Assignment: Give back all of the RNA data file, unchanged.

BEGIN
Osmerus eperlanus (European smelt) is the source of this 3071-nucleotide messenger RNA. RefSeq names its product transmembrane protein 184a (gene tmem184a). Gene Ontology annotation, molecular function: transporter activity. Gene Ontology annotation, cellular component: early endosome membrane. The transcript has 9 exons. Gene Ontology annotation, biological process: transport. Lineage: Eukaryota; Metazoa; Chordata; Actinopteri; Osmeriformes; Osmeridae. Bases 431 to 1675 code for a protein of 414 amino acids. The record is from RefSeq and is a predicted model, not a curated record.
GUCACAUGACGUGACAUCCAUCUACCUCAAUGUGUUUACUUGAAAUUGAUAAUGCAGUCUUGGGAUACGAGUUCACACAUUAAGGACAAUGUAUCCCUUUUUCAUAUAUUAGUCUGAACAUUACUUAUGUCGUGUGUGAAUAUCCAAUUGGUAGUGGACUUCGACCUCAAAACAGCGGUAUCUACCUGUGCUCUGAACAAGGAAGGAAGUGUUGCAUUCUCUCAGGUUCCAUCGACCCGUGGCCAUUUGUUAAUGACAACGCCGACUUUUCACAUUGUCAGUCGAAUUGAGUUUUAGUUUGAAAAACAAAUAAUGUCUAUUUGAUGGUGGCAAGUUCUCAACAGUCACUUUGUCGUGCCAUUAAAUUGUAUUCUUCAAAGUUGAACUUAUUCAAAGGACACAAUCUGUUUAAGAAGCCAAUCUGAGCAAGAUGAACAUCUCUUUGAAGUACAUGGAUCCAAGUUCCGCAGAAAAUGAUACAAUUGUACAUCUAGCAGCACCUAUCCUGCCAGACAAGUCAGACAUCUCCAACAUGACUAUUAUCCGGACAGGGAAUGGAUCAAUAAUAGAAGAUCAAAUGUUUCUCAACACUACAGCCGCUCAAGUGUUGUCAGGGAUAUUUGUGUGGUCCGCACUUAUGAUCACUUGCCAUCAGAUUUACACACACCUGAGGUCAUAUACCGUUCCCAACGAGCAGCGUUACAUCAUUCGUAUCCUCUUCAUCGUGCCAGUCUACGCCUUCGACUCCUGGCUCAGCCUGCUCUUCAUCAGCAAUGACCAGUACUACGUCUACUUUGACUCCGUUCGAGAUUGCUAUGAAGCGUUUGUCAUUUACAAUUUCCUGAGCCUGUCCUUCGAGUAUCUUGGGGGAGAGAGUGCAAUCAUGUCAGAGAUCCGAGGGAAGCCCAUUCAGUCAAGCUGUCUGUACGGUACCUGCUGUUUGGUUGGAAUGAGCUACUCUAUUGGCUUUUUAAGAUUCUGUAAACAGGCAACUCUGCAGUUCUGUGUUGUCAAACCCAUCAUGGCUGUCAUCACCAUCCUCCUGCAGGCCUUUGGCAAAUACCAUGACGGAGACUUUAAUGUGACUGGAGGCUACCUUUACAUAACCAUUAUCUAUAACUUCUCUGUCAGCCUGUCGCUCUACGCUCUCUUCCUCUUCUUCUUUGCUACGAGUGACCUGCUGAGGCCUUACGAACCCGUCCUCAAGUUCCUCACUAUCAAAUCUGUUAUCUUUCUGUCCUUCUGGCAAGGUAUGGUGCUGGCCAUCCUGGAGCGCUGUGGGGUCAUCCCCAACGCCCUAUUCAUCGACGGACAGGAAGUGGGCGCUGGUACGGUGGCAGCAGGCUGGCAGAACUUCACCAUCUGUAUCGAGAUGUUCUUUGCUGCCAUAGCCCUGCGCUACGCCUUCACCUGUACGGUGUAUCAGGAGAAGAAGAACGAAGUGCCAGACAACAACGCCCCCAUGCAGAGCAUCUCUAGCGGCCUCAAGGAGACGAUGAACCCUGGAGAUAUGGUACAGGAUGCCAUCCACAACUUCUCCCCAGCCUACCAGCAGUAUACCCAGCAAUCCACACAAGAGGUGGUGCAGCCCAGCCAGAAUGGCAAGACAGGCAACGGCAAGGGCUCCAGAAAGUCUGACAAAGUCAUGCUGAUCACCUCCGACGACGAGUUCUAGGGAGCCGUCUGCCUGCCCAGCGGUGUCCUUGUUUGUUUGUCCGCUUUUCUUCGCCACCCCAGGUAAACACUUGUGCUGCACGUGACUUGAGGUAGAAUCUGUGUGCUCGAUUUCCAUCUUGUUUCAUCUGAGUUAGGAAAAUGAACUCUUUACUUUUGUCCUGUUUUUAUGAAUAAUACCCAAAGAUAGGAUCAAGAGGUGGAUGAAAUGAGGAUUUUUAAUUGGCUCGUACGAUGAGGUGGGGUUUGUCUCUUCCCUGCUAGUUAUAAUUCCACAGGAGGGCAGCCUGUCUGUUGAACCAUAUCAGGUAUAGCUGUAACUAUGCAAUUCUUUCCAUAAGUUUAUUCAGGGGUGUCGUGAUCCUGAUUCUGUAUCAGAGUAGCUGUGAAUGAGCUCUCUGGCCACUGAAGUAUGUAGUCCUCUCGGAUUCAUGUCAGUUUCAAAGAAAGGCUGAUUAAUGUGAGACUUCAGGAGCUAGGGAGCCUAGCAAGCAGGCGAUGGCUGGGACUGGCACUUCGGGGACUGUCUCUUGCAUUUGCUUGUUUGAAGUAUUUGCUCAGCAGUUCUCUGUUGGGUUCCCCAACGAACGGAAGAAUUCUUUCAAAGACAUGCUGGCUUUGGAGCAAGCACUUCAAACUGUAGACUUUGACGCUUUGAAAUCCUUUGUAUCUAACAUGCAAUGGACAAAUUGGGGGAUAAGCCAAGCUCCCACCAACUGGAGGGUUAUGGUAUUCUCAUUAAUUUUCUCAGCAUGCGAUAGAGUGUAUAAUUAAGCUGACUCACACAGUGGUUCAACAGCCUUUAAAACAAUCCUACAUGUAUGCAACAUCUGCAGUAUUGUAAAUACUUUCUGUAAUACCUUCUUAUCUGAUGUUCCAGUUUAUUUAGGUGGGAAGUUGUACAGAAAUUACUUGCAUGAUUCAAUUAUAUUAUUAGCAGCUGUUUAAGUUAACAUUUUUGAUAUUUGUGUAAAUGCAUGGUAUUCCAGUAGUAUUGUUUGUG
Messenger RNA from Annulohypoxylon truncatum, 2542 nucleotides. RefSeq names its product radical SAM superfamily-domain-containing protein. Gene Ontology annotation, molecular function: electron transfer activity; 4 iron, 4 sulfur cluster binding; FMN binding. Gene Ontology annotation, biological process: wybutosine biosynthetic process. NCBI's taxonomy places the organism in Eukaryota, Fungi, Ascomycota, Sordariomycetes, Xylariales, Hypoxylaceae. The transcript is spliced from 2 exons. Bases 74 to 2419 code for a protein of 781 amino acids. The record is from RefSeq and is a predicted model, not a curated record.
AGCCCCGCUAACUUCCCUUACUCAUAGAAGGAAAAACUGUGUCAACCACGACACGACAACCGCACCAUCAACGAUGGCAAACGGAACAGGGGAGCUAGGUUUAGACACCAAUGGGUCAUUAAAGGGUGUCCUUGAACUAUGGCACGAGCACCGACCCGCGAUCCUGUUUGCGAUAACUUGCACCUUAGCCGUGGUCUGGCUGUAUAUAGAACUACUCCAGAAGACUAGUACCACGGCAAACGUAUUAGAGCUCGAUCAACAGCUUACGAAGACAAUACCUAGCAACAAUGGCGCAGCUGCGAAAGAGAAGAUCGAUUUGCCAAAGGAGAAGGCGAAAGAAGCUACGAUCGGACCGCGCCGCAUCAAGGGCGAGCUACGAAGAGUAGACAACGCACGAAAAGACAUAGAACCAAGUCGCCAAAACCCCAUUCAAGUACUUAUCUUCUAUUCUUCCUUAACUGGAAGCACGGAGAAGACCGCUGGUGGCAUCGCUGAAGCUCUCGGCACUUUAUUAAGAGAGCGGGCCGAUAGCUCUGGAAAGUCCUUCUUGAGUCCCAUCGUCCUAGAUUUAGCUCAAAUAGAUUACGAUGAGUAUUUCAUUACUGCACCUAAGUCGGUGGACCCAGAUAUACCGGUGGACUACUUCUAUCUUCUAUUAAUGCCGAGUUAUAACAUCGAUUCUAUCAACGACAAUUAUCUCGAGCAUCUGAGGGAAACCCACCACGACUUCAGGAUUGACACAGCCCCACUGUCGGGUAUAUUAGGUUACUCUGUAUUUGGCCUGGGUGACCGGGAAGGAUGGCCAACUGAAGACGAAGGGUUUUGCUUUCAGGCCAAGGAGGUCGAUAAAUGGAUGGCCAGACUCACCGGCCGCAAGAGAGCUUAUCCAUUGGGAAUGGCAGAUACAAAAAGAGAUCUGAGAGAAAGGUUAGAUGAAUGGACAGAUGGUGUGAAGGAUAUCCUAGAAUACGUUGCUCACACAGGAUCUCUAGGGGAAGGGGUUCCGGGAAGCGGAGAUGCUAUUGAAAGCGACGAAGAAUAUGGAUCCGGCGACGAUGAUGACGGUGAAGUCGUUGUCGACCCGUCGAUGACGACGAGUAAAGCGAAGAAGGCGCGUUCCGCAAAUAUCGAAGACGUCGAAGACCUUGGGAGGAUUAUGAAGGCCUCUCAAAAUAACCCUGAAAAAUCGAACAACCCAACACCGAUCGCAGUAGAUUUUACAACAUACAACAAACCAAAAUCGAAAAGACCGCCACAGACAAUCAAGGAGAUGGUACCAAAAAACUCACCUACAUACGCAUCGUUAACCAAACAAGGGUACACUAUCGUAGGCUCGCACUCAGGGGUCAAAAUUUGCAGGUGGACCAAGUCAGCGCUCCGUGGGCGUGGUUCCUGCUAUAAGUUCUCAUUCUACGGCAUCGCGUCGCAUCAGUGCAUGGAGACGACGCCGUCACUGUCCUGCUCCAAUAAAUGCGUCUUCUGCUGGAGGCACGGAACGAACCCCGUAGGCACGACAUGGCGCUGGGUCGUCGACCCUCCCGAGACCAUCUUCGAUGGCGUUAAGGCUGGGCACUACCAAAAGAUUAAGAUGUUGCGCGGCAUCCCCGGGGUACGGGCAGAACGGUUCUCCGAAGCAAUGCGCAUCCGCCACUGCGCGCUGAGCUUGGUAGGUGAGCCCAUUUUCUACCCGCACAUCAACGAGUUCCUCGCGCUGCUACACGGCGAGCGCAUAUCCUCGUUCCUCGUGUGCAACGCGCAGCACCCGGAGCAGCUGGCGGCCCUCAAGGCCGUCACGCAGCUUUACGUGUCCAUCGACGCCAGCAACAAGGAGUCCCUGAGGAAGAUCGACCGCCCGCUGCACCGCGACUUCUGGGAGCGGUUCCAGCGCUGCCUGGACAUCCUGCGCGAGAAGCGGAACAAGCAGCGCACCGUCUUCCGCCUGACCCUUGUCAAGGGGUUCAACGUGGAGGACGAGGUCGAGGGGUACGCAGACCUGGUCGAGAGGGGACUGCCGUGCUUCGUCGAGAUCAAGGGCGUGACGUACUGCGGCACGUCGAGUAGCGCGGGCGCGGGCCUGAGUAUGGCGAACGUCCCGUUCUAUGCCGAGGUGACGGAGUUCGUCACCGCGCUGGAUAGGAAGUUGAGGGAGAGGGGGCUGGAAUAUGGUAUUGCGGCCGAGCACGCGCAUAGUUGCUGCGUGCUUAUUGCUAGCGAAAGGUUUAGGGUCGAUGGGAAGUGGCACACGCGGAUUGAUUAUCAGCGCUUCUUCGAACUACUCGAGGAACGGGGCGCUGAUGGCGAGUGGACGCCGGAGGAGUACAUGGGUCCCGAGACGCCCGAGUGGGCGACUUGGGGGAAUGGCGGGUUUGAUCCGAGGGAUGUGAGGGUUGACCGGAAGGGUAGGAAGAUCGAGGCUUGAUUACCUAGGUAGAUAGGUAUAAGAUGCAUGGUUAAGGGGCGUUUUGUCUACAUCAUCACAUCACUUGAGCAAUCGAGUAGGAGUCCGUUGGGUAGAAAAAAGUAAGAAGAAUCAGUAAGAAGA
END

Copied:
Osmerus eperlanus (European smelt) is the source of this 3071-nucleotide messenger RNA. RefSeq names its product transmembrane protein 184a (gene tmem184a). Gene Ontology annotation, molecular function: transporter activity. Gene Ontology annotation, cellular component: early endosome membrane. The transcript has 9 exons. Gene Ontology annotation, biological process: transport. Lineage: Eukaryota; Metazoa; Chordata; Actinopteri; Osmeriformes; Osmeridae. Bases 431 to 1675 code for a protein of 414 amino acids. The record is from RefSeq and is a predicted model, not a curated record.
GUCACAUGACGUGACAUCCAUCUACCUCAAUGUGUUUACUUGAAAUUGAUAAUGCAGUCUUGGGAUACGAGUUCACACAUUAAGGACAAUGUAUCCCUUUUUCAUAUAUUAGUCUGAACAUUACUUAUGUCGUGUGUGAAUAUCCAAUUGGUAGUGGACUUCGACCUCAAAACAGCGGUAUCUACCUGUGCUCUGAACAAGGAAGGAAGUGUUGCAUUCUCUCAGGUUCCAUCGACCCGUGGCCAUUUGUUAAUGACAACGCCGACUUUUCACAUUGUCAGUCGAAUUGAGUUUUAGUUUGAAAAACAAAUAAUGUCUAUUUGAUGGUGGCAAGUUCUCAACAGUCACUUUGUCGUGCCAUUAAAUUGUAUUCUUCAAAGUUGAACUUAUUCAAAGGACACAAUCUGUUUAAGAAGCCAAUCUGAGCAAGAUGAACAUCUCUUUGAAGUACAUGGAUCCAAGUUCCGCAGAAAAUGAUACAAUUGUACAUCUAGCAGCACCUAUCCUGCCAGACAAGUCAGACAUCUCCAACAUGACUAUUAUCCGGACAGGGAAUGGAUCAAUAAUAGAAGAUCAAAUGUUUCUCAACACUACAGCCGCUCAAGUGUUGUCAGGGAUAUUUGUGUGGUCCGCACUUAUGAUCACUUGCCAUCAGAUUUACACACACCUGAGGUCAUAUACCGUUCCCAACGAGCAGCGUUACAUCAUUCGUAUCCUCUUCAUCGUGCCAGUCUACGCCUUCGACUCCUGGCUCAGCCUGCUCUUCAUCAGCAAUGACCAGUACUACGUCUACUUUGACUCCGUUCGAGAUUGCUAUGAAGCGUUUGUCAUUUACAAUUUCCUGAGCCUGUCCUUCGAGUAUCUUGGGGGAGAGAGUGCAAUCAUGUCAGAGAUCCGAGGGAAGCCCAUUCAGUCAAGCUGUCUGUACGGUACCUGCUGUUUGGUUGGAAUGAGCUACUCUAUUGGCUUUUUAAGAUUCUGUAAACAGGCAACUCUGCAGUUCUGUGUUGUCAAACCCAUCAUGGCUGUCAUCACCAUCCUCCUGCAGGCCUUUGGCAAAUACCAUGACGGAGACUUUAAUGUGACUGGAGGCUACCUUUACAUAACCAUUAUCUAUAACUUCUCUGUCAGCCUGUCGCUCUACGCUCUCUUCCUCUUCUUCUUUGCUACGAGUGACCUGCUGAGGCCUUACGAACCCGUCCUCAAGUUCCUCACUAUCAAAUCUGUUAUCUUUCUGUCCUUCUGGCAAGGUAUGGUGCUGGCCAUCCUGGAGCGCUGUGGGGUCAUCCCCAACGCCCUAUUCAUCGACGGACAGGAAGUGGGCGCUGGUACGGUGGCAGCAGGCUGGCAGAACUUCACCAUCUGUAUCGAGAUGUUCUUUGCUGCCAUAGCCCUGCGCUACGCCUUCACCUGUACGGUGUAUCAGGAGAAGAAGAACGAAGUGCCAGACAACAACGCCCCCAUGCAGAGCAUCUCUAGCGGCCUCAAGGAGACGAUGAACCCUGGAGAUAUGGUACAGGAUGCCAUCCACAACUUCUCCCCAGCCUACCAGCAGUAUACCCAGCAAUCCACACAAGAGGUGGUGCAGCCCAGCCAGAAUGGCAAGACAGGCAACGGCAAGGGCUCCAGAAAGUCUGACAAAGUCAUGCUGAUCACCUCCGACGACGAGUUCUAGGGAGCCGUCUGCCUGCCCAGCGGUGUCCUUGUUUGUUUGUCCGCUUUUCUUCGCCACCCCAGGUAAACACUUGUGCUGCACGUGACUUGAGGUAGAAUCUGUGUGCUCGAUUUCCAUCUUGUUUCAUCUGAGUUAGGAAAAUGAACUCUUUACUUUUGUCCUGUUUUUAUGAAUAAUACCCAAAGAUAGGAUCAAGAGGUGGAUGAAAUGAGGAUUUUUAAUUGGCUCGUACGAUGAGGUGGGGUUUGUCUCUUCCCUGCUAGUUAUAAUUCCACAGGAGGGCAGCCUGUCUGUUGAACCAUAUCAGGUAUAGCUGUAACUAUGCAAUUCUUUCCAUAAGUUUAUUCAGGGGUGUCGUGAUCCUGAUUCUGUAUCAGAGUAGCUGUGAAUGAGCUCUCUGGCCACUGAAGUAUGUAGUCCUCUCGGAUUCAUGUCAGUUUCAAAGAAAGGCUGAUUAAUGUGAGACUUCAGGAGCUAGGGAGCCUAGCAAGCAGGCGAUGGCUGGGACUGGCACUUCGGGGACUGUCUCUUGCAUUUGCUUGUUUGAAGUAUUUGCUCAGCAGUUCUCUGUUGGGUUCCCCAACGAACGGAAGAAUUCUUUCAAAGACAUGCUGGCUUUGGAGCAAGCACUUCAAACUGUAGACUUUGACGCUUUGAAAUCCUUUGUAUCUAACAUGCAAUGGACAAAUUGGGGGAUAAGCCAAGCUCCCACCAACUGGAGGGUUAUGGUAUUCUCAUUAAUUUUCUCAGCAUGCGAUAGAGUGUAUAAUUAAGCUGACUCACACAGUGGUUCAACAGCCUUUAAAACAAUCCUACAUGUAUGCAACAUCUGCAGUAUUGUAAAUACUUUCUGUAAUACCUUCUUAUCUGAUGUUCCAGUUUAUUUAGGUGGGAAGUUGUACAGAAAUUACUUGCAUGAUUCAAUUAUAUUAUUAGCAGCUGUUUAAGUUAACAUUUUUGAUAUUUGUGUAAAUGCAUGGUAUUCCAGUAGUAUUGUUUGUG
Messenger RNA from Annulohypoxylon truncatum, 2542 nucleotides. RefSeq names its product radical SAM superfamily-domain-containing protein. Gene Ontology annotation, molecular function: electron transfer activity; 4 iron, 4 sulfur cluster binding; FMN binding. Gene Ontology annotation, biological process: wybutosine biosynthetic process. NCBI's taxonomy places the organism in Eukaryota, Fungi, Ascomycota, Sordariomycetes, Xylariales, Hypoxylaceae. The transcript is spliced from 2 exons. Bases 74 to 2419 code for a protein of 781 amino acids. The record is from RefSeq and is a predicted model, not a curated record.
AGCCCCGCUAACUUCCCUUACUCAUAGAAGGAAAAACUGUGUCAACCACGACACGACAACCGCACCAUCAACGAUGGCAAACGGAACAGGGGAGCUAGGUUUAGACACCAAUGGGUCAUUAAAGGGUGUCCUUGAACUAUGGCACGAGCACCGACCCGCGAUCCUGUUUGCGAUAACUUGCACCUUAGCCGUGGUCUGGCUGUAUAUAGAACUACUCCAGAAGACUAGUACCACGGCAAACGUAUUAGAGCUCGAUCAACAGCUUACGAAGACAAUACCUAGCAACAAUGGCGCAGCUGCGAAAGAGAAGAUCGAUUUGCCAAAGGAGAAGGCGAAAGAAGCUACGAUCGGACCGCGCCGCAUCAAGGGCGAGCUACGAAGAGUAGACAACGCACGAAAAGACAUAGAACCAAGUCGCCAAAACCCCAUUCAAGUACUUAUCUUCUAUUCUUCCUUAACUGGAAGCACGGAGAAGACCGCUGGUGGCAUCGCUGAAGCUCUCGGCACUUUAUUAAGAGAGCGGGCCGAUAGCUCUGGAAAGUCCUUCUUGAGUCCCAUCGUCCUAGAUUUAGCUCAAAUAGAUUACGAUGAGUAUUUCAUUACUGCACCUAAGUCGGUGGACCCAGAUAUACCGGUGGACUACUUCUAUCUUCUAUUAAUGCCGAGUUAUAACAUCGAUUCUAUCAACGACAAUUAUCUCGAGCAUCUGAGGGAAACCCACCACGACUUCAGGAUUGACACAGCCCCACUGUCGGGUAUAUUAGGUUACUCUGUAUUUGGCCUGGGUGACCGGGAAGGAUGGCCAACUGAAGACGAAGGGUUUUGCUUUCAGGCCAAGGAGGUCGAUAAAUGGAUGGCCAGACUCACCGGCCGCAAGAGAGCUUAUCCAUUGGGAAUGGCAGAUACAAAAAGAGAUCUGAGAGAAAGGUUAGAUGAAUGGACAGAUGGUGUGAAGGAUAUCCUAGAAUACGUUGCUCACACAGGAUCUCUAGGGGAAGGGGUUCCGGGAAGCGGAGAUGCUAUUGAAAGCGACGAAGAAUAUGGAUCCGGCGACGAUGAUGACGGUGAAGUCGUUGUCGACCCGUCGAUGACGACGAGUAAAGCGAAGAAGGCGCGUUCCGCAAAUAUCGAAGACGUCGAAGACCUUGGGAGGAUUAUGAAGGCCUCUCAAAAUAACCCUGAAAAAUCGAACAACCCAACACCGAUCGCAGUAGAUUUUACAACAUACAACAAACCAAAAUCGAAAAGACCGCCACAGACAAUCAAGGAGAUGGUACCAAAAAACUCACCUACAUACGCAUCGUUAACCAAACAAGGGUACACUAUCGUAGGCUCGCACUCAGGGGUCAAAAUUUGCAGGUGGACCAAGUCAGCGCUCCGUGGGCGUGGUUCCUGCUAUAAGUUCUCAUUCUACGGCAUCGCGUCGCAUCAGUGCAUGGAGACGACGCCGUCACUGUCCUGCUCCAAUAAAUGCGUCUUCUGCUGGAGGCACGGAACGAACCCCGUAGGCACGACAUGGCGCUGGGUCGUCGACCCUCCCGAGACCAUCUUCGAUGGCGUUAAGGCUGGGCACUACCAAAAGAUUAAGAUGUUGCGCGGCAUCCCCGGGGUACGGGCAGAACGGUUCUCCGAAGCAAUGCGCAUCCGCCACUGCGCGCUGAGCUUGGUAGGUGAGCCCAUUUUCUACCCGCACAUCAACGAGUUCCUCGCGCUGCUACACGGCGAGCGCAUAUCCUCGUUCCUCGUGUGCAACGCGCAGCACCCGGAGCAGCUGGCGGCCCUCAAGGCCGUCACGCAGCUUUACGUGUCCAUCGACGCCAGCAACAAGGAGUCCCUGAGGAAGAUCGACCGCCCGCUGCACCGCGACUUCUGGGAGCGGUUCCAGCGCUGCCUGGACAUCCUGCGCGAGAAGCGGAACAAGCAGCGCACCGUCUUCCGCCUGACCCUUGUCAAGGGGUUCAACGUGGAGGACGAGGUCGAGGGGUACGCAGACCUGGUCGAGAGGGGACUGCCGUGCUUCGUCGAGAUCAAGGGCGUGACGUACUGCGGCACGUCGAGUAGCGCGGGCGCGGGCCUGAGUAUGGCGAACGUCCCGUUCUAUGCCGAGGUGACGGAGUUCGUCACCGCGCUGGAUAGGAAGUUGAGGGAGAGGGGGCUGGAAUAUGGUAUUGCGGCCGAGCACGCGCAUAGUUGCUGCGUGCUUAUUGCUAGCGAAAGGUUUAGGGUCGAUGGGAAGUGGCACACGCGGAUUGAUUAUCAGCGCUUCUUCGAACUACUCGAGGAACGGGGCGCUGAUGGCGAGUGGACGCCGGAGGAGUACAUGGGUCCCGAGACGCCCGAGUGGGCGACUUGGGGGAAUGGCGGGUUUGAUCCGAGGGAUGUGAGGGUUGACCGGAAGGGUAGGAAGAUCGAGGCUUGAUUACCUAGGUAGAUAGGUAUAAGAUGCAUGGUUAAGGGGCGUUUUGUCUACAUCAUCACAUCACUUGAGCAAUCGAGUAGGAGUCCGUUGGGUAGAAAAAAGUAAGAAGAAUCAGUAAGAAGA